Mortgage Insurers Suffer Big Losses

From the Washington Post:

Those losses have also dinged their relationships with mortgage-financing giants Fannie Mae and Freddie Mac, which the insurers depend on for business.

The mortgage insurance industry is dominated by a half-dozen large firms that insure loans when a buyer makes a down payment of less than 20 percent of a home’s purchase price. If the borrower defaults, the insurers pay the lender a portion of the loss. Insurers "are a relatively unknown portion of the mortgage market, but could be another wrinkle for mortgage lending," said Steve Stelmach, an industry analyst with Friedman, Billings, Ramsey Group.

Challenges facing the industry are significant. Shares of Radian Guaranty, Triad and PMI Mortgage Insurance have lost 90 percent of their value in the past year. Milwaukee-based Mortgage Guaranty — the industry’s largest player — lost $97.9 million during the second quarter, but its $4.2 billion in reserves is enough to pay claims and pursue new business, said vice president Mike Zimmerman. The industry is also tightening its standards to avoid more losses on new loans. For a while, it seemed private mortgage insurers could become obsolete. Facing competition, the industry began to provide insurance for subprime loans bundled by lenders and sold to investors, analysts said. The mortgage-finance giants often buy loans with a less than 20 percent down payment and then offset the risk with an insurance policy.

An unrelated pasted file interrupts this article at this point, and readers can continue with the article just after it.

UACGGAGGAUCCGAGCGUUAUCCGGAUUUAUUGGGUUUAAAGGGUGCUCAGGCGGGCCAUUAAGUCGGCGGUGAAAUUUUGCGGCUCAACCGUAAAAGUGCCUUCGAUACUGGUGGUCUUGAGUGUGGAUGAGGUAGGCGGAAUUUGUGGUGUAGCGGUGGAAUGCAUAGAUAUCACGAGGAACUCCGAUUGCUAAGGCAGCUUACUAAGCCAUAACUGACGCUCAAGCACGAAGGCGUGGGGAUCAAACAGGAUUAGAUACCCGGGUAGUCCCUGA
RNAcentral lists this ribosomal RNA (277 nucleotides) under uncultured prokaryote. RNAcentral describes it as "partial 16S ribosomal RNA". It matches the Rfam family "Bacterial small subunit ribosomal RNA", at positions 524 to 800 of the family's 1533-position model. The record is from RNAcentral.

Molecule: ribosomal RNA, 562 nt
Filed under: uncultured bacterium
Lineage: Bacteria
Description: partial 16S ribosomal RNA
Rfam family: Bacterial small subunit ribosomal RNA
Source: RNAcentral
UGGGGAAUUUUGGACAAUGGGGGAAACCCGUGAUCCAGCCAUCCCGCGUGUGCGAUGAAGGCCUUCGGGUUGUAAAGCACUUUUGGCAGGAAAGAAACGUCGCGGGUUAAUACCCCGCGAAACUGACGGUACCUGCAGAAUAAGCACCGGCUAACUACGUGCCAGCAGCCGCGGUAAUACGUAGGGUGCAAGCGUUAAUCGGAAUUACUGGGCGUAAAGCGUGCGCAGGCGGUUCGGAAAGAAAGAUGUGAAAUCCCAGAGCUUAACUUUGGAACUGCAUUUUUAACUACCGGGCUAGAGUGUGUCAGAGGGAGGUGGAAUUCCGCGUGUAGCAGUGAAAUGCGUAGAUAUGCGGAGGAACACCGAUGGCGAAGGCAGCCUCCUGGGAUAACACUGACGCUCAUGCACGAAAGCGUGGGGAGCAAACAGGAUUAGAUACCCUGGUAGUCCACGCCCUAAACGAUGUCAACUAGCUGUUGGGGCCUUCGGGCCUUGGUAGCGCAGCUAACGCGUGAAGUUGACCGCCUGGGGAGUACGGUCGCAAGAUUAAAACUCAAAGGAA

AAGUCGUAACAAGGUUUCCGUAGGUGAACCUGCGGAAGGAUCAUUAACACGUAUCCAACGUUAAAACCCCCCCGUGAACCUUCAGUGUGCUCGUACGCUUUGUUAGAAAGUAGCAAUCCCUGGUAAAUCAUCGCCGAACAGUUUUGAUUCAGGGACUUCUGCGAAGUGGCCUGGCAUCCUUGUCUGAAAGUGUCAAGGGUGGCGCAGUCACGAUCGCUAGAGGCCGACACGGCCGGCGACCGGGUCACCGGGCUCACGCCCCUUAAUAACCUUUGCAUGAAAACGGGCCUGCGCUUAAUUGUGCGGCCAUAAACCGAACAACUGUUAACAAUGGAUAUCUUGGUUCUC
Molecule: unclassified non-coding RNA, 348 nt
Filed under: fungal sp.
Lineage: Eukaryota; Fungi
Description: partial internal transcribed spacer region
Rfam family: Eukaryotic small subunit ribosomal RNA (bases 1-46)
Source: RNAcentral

A strong relationship with Fannie Mae and Freddie Mac is critical to the industry’s survival, Cecala said. 

About Luke Ford

Raised a Seventh-Day Adventist at Avondale College in Australia, Luke Ford moved to California in 1977. He graduated from Placer High School in 1984, reported the news at KAHI/KHYL radio for three years, attended Sierra College and UCLA, was largely bedridden by Chronic Fatigue Syndrome for six years, and converted to Judaism in 1993. From 1997-2007, Luke made his living from blogging. Living by Beverly Hills (Alexander90210.com), he now teaches the Alexander Technique (moving the way the body likes to move). Lessons cost $100 each and last about 45 minutes. In 2011, Luke completed a three-year teaching course at the Alexander Training Institute of Los Angeles. His personal Alexander Technique website is Alexander90210.com. Luke is the author of five books, including: » The Producers: Profiles in Frustration » Yesterday’s News Tomorrow: Inside American Jewish Journalism
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